old vines blooming

this periwinkle faith
through sunless seasons

what of your pleading attempts
to will it into being?

now green so clear it hurts
stretching sunward on nothing more
than instinct and half-forgotten roots

not to be pressed in a book
or plucked to judge its shape

but let it spring lush where it will, overspill
your stone-built walls, all in a night
when no one is looking




what leafing follows
like a river from your roots?
were you made (inevitable,
complete) or do you knit yourself
from the inside out, glorious
short-flowered, incandescent
with doubt?

what light-shine sun into muddled heart?
how to grow, how to know, where to direct
this heat and soul, your doubt-seed
flowered into hard, black fruit
bitter and somehow

I wanted to do something a little different for this year’s National Poetry Month, so I made myself a journal called Yes Words to doodle some inspiration.


Task for a Muse

How do I shout
entwined as I am
about the doorframe
bounded by the step? A thorn
or two to snag passersby
(when one strident voice
is no more heeded than another
or silence) heeded not at all.
I have been rooted
in the earth fluid only
with the wind’s desire
and though I sought voice
after voice, bearing flower fruit
year on year I am nothing
no arms to move you but
my whispered song



No wildness here. Fountain, nest-box, feeder—
the pond itself—all man-made. We walk across
the hospital car park, half-empty in summer evening
with its surround of tame plantings, neat
golden daylily mounds, cerise scentless roses
bricks, benches, sidewalk. We can still see the highway
stoplights in their cycles, but ignore the traffic
all faceless humanity; we are only this family of three
and we have come for the swans. We pause
at the prescribed seat, admire them at a distance
with their attendant ducks. Our girl tugs us onward
and the male now sails his wings, drifting close
stern-eyed, closer still, huge and real and fearsome
but here are the young with their mother, pearl-gray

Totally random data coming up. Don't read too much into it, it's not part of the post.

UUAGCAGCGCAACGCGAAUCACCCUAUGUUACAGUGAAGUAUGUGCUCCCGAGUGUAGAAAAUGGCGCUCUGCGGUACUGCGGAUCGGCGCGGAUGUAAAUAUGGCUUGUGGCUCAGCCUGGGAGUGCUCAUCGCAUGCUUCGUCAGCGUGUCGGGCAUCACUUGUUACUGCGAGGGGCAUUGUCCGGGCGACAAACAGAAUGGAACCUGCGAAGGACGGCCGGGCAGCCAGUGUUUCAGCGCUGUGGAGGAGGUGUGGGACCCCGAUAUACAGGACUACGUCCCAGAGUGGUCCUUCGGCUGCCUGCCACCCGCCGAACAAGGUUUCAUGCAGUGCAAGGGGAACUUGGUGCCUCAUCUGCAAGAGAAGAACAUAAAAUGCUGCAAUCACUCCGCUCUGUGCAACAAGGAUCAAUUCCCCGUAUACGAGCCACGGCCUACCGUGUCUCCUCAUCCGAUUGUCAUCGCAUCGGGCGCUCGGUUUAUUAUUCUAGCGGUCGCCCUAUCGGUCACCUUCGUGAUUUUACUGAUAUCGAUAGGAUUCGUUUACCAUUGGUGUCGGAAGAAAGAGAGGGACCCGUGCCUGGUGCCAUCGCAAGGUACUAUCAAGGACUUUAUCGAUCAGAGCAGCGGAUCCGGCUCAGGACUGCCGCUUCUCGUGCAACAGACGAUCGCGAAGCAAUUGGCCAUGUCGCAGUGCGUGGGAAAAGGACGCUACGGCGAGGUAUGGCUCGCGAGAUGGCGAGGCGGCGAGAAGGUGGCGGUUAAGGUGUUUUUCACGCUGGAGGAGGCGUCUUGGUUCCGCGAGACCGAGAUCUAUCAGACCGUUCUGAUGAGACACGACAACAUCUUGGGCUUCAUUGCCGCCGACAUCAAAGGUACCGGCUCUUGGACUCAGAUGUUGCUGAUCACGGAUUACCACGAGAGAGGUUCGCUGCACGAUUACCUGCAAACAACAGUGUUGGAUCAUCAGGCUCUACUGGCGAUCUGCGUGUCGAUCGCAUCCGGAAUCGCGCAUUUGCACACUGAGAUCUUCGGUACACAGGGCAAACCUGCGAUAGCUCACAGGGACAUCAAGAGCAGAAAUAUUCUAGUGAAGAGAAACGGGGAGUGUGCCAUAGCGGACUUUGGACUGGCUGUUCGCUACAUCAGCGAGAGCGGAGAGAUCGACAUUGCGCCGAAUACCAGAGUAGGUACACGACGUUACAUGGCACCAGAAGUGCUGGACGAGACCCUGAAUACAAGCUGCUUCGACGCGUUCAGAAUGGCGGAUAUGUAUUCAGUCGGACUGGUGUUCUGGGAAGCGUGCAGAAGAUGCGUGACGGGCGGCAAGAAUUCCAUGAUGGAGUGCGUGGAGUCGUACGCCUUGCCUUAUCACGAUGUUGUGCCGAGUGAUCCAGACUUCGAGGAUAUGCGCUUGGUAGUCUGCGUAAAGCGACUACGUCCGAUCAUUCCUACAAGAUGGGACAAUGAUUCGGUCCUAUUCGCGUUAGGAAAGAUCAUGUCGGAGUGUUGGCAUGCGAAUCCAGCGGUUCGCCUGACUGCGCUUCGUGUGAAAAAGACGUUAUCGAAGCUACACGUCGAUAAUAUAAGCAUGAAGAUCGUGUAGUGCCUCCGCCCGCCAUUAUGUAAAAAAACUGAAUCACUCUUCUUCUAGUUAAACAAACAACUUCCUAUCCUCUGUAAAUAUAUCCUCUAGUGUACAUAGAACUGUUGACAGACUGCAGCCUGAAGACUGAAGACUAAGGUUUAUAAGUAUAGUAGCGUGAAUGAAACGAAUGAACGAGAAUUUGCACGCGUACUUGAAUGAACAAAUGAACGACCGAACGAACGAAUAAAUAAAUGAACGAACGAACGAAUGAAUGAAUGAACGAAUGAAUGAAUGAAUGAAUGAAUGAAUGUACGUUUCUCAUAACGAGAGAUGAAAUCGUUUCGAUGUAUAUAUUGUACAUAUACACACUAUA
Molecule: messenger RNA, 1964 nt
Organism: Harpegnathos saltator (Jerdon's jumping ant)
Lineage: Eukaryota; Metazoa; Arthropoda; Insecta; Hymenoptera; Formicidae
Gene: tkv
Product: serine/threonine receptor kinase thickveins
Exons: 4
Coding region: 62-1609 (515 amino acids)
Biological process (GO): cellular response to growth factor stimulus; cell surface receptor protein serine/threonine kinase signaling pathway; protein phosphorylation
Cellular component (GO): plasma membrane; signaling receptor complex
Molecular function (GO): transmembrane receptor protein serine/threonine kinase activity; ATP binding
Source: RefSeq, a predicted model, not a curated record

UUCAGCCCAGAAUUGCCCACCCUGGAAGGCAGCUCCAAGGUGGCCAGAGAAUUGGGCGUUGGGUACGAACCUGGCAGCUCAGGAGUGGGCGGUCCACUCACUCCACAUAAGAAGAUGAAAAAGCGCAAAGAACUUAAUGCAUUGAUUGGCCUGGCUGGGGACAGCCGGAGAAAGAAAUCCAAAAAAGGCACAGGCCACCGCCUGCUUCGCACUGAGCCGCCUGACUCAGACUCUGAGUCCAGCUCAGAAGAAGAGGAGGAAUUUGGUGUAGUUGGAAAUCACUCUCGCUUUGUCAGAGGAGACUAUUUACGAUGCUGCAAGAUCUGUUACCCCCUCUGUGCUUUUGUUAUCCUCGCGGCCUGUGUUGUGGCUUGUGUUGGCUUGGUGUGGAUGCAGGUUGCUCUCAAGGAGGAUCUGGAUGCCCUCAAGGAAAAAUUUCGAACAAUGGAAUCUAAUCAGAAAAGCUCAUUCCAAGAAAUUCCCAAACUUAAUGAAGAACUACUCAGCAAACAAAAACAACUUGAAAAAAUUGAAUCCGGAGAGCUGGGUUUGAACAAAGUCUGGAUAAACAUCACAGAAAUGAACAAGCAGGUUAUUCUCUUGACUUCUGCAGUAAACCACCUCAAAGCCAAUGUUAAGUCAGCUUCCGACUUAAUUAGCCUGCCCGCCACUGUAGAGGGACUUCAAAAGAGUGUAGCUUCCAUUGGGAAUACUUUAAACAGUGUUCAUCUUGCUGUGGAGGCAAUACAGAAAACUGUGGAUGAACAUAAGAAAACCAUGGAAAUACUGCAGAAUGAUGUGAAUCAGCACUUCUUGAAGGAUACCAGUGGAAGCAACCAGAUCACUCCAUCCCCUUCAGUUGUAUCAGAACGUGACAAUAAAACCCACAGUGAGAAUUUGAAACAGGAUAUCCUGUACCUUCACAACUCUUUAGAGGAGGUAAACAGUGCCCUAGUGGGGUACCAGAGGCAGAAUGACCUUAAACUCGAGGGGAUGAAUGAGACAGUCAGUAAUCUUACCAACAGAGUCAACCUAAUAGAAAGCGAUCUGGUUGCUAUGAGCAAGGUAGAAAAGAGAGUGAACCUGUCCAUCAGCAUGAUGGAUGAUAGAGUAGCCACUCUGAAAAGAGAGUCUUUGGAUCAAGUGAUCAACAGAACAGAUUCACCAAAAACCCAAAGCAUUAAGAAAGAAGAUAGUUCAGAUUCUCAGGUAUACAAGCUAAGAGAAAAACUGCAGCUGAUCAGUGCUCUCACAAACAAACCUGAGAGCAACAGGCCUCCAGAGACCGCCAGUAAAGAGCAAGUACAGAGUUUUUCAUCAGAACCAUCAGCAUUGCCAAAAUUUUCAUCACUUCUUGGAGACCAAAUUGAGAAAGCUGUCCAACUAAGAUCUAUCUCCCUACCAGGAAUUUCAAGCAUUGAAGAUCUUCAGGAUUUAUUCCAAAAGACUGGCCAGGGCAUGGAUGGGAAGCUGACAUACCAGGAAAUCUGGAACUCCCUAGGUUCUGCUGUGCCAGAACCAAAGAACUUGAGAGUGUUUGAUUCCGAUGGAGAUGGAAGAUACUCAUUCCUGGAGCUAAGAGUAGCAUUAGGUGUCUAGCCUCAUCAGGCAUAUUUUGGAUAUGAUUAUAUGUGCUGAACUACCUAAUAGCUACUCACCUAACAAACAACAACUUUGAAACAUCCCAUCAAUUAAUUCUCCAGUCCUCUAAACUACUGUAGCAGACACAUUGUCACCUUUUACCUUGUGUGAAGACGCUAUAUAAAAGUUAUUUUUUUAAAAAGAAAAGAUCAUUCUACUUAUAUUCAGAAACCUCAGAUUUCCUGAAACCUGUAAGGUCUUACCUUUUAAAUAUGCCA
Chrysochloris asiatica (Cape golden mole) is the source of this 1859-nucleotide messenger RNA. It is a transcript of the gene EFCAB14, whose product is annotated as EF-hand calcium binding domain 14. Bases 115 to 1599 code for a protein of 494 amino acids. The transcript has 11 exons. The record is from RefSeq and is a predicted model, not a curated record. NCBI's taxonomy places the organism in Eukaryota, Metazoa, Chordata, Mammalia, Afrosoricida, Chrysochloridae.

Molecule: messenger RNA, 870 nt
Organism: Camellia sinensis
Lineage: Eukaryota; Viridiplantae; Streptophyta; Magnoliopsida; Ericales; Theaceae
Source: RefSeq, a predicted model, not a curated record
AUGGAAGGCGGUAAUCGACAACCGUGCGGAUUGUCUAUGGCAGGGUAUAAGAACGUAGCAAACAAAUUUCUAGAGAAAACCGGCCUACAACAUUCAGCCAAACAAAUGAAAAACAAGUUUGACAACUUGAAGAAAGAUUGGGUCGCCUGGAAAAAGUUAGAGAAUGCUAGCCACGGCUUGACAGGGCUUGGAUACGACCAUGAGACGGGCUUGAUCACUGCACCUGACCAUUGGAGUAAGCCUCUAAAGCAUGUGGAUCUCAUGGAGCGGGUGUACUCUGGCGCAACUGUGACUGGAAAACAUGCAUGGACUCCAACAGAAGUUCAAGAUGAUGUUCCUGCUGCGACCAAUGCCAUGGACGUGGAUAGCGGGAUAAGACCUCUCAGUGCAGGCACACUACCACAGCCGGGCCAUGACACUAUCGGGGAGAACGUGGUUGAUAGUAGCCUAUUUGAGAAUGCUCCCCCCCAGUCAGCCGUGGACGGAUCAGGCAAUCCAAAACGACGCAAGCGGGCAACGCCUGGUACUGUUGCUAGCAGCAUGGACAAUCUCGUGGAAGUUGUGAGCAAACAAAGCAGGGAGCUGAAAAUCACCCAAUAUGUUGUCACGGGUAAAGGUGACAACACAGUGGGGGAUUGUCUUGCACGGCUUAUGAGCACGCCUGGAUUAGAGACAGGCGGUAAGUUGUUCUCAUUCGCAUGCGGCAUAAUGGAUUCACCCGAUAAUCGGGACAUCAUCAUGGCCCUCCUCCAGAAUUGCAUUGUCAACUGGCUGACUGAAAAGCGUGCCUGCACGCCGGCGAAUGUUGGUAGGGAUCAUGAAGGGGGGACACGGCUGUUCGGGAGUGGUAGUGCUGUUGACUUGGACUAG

slight, arching their necks, sipping the water
learning majesty, teaching joy in small doses


A Bee Story

They like blue flowers
also purple, yellow, white
(something about ultraviolet light)
but pink, red, orange are good
and a fragrance, not too sweet
(they love herbs, mint); bees need
a place to drink, shifting shapes
and new blooms as the season
wears on, gentle sun-warming
after a winter’s long rest—

Bees work hard at their harvest
bumbling from instinct to beauty
and perhaps in another life
I could be a bee, happily


I spent a LOT of time in the sun yesterday, planting flowers for myself and the bees. I have also been reading this beautiful new book I found at the library, THE BEE-FRIENDLY GARDEN, by Kate Frey and Gretchen LeBuhn.


Like any prejudice, deep-rooted:
we don’t want you here. Why?
A yellow flower, salad-worthy leaves—
we like yellow flowers (even salad)
when we intend it, neat rows
boxed, potted, or climbing well-behaved
on a trellis. But you have this way of popping in
when and where you please, rough-edged
oblivious to convention, blowing wind-wild
teeming in open fields, invading
our careful plans. What use
for this free-thinking sunny vigor,
this relentless hello?


Off-prompt again for NaPoWriMo Day 21. It’s true, you can have your dandelions and eat them, too.